Oscar-winning docu producer Bill Couturie will bring a documentary about rock ‘n’ roll impresario Bill Graham to the big screen.
Tentatively titled “Stages: The Life of Bill Graham,” the film will be a history of pop culture as seen through the eyes of Graham, the concert promoter/merchandiser/manager/mentor to a generation of performers. Graham died in a helicopter crash in 1991.
Couturie said every element in Graham’s life, “from the Catskills to Live Aid ,” will be covered, with music from artists with whom the promoter worked playing an integral role in the film.
The docu format was selected due to Couturie’s belief that a based-on-a-true-story but fictionalized version of the promoter’s life would be difficult to be made believable.
“The reality of Bill Graham is more amazing than anything fiction could come up with,” Couturie said.
Project is being financed initially with seed money from Graham’s company, Bill Graham Presents, with an eye toward major studio distribution.
Nicholas Clainos, president of BGP and executor of the promoter’s estate, says the response from studios on the film idea has been “very positive.”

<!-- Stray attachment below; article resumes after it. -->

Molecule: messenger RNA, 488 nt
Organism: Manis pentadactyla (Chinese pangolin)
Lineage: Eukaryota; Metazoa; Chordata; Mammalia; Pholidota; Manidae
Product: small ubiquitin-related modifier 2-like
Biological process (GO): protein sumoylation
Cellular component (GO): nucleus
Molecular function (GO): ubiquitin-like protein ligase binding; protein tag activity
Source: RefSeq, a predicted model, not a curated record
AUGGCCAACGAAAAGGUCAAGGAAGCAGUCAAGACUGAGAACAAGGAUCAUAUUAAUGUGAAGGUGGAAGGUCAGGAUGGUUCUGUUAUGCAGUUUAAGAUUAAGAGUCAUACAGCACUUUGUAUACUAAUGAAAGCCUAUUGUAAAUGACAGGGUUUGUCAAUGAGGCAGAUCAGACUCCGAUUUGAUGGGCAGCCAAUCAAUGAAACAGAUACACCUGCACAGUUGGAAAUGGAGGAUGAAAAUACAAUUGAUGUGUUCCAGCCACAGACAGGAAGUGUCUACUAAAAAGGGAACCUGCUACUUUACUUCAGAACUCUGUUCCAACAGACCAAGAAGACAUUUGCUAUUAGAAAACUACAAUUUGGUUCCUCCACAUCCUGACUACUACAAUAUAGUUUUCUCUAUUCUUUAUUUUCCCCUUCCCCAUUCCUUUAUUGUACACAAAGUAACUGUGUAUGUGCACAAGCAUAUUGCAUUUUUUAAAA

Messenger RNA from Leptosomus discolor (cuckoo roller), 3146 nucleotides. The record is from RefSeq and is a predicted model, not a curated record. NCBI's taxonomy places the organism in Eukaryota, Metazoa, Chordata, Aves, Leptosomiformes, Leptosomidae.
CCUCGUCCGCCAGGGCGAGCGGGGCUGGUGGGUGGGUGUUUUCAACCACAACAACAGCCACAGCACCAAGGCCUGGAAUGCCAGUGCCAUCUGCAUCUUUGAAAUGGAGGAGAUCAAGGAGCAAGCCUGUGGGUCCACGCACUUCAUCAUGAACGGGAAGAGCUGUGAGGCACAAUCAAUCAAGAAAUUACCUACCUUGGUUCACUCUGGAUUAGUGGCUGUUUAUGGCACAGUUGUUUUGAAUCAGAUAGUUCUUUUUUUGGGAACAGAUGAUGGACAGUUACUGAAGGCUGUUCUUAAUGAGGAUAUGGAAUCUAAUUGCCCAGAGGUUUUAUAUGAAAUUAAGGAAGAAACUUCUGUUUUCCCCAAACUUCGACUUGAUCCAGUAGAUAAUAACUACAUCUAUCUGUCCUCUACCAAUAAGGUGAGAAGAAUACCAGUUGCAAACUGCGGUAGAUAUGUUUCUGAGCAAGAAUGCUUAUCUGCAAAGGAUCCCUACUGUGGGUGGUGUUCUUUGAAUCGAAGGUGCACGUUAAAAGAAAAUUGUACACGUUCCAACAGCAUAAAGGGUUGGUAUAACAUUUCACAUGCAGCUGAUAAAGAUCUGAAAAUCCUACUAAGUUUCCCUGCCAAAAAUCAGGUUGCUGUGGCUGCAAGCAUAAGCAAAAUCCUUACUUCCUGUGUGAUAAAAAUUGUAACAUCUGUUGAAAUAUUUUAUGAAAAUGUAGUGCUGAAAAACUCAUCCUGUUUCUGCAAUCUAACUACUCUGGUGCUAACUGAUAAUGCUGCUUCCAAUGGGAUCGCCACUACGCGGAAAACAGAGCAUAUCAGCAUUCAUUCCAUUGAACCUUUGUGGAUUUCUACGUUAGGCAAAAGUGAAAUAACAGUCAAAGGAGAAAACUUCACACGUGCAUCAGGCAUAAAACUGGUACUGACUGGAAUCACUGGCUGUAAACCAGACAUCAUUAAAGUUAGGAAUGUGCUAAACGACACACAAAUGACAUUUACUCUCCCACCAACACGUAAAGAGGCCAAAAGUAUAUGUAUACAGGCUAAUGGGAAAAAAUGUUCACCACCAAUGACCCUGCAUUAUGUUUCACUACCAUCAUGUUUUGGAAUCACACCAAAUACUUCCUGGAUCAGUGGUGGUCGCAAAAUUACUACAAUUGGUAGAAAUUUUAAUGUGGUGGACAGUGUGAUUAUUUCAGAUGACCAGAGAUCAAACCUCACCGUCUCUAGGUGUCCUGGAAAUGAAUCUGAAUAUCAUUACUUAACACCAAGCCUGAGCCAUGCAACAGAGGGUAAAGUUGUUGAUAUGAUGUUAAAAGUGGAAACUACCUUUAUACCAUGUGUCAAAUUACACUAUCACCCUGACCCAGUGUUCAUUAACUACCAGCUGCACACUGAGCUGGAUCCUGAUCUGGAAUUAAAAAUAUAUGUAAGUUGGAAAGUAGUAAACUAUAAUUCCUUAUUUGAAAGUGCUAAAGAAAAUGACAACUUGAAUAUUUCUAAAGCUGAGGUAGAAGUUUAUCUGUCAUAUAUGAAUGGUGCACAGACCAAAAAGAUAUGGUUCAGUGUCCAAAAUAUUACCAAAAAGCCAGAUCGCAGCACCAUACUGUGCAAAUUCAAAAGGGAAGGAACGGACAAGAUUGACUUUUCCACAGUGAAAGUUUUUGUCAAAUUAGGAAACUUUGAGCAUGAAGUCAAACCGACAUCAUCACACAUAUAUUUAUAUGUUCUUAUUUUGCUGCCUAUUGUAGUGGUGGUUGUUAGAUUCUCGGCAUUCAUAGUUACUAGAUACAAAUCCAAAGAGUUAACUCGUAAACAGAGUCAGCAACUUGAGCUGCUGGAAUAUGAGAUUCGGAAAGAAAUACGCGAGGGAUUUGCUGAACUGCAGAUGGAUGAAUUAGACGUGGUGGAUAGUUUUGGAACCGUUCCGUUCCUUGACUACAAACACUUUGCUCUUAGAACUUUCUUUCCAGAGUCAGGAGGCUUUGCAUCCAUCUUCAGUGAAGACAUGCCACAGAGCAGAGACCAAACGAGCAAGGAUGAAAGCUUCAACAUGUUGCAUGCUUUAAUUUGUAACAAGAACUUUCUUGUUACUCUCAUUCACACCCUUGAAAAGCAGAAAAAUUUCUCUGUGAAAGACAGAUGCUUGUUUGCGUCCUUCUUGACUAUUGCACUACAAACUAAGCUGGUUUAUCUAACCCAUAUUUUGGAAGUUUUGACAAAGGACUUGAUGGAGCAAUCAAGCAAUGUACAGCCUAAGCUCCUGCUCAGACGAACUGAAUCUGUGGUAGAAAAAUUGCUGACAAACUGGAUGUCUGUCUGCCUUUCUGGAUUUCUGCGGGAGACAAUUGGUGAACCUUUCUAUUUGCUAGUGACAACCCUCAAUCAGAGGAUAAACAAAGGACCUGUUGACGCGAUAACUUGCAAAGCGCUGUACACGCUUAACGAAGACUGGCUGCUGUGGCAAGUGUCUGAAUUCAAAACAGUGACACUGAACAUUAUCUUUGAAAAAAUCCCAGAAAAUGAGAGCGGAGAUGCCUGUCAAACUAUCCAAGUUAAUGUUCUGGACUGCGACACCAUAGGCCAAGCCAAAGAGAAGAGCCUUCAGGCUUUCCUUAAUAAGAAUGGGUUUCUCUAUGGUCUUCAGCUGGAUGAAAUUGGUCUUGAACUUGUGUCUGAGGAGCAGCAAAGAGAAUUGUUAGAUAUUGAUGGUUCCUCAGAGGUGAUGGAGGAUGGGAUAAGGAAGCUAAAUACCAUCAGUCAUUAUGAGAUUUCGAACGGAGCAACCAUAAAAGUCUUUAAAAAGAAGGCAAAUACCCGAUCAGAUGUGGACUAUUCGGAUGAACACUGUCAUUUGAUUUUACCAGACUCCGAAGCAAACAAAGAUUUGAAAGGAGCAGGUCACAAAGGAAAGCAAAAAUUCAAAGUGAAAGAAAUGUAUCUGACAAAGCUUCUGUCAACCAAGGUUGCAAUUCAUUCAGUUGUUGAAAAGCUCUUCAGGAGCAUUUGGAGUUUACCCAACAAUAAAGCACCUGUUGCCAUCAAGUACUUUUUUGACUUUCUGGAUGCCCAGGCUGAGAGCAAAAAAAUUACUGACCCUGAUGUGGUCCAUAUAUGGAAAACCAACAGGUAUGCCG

Clainos said he expects a distribution deal to close soon and that the film will invite interest in ancillary rights arenas, such as homevideo and soundtracks.
Clainos said the docu format was selected after turning down several feature film offers he was presented by other writers and producers. Those versions were also based on Graham’s life, but were fictionalized.
The doc, Clainos believed, was the best way to capture and expand on the “dynamic elements of Graham that didn’t necessarily translate in book form,” he said, referring to the recent tome about Graham by author Bob Greenfield, “Bill Graham Presents.”
Greenfield, who Clainos said did an “excellent job” of capturing the music indutry vet, will script the film with Couturie.
Couturie produced the Oscar-winning docu “Common Threads: Stories From the Quilt” with Rob Epstein and Jeffrey Friedman. He also produced and directed the ACE award- and Emmy-winning “Dear America: Letters From Vietnam.”
The filmmaker will direct and produce “Stages,” with production expected to begin after the first of the year. A late ’94 or early ’95 release date is targeted.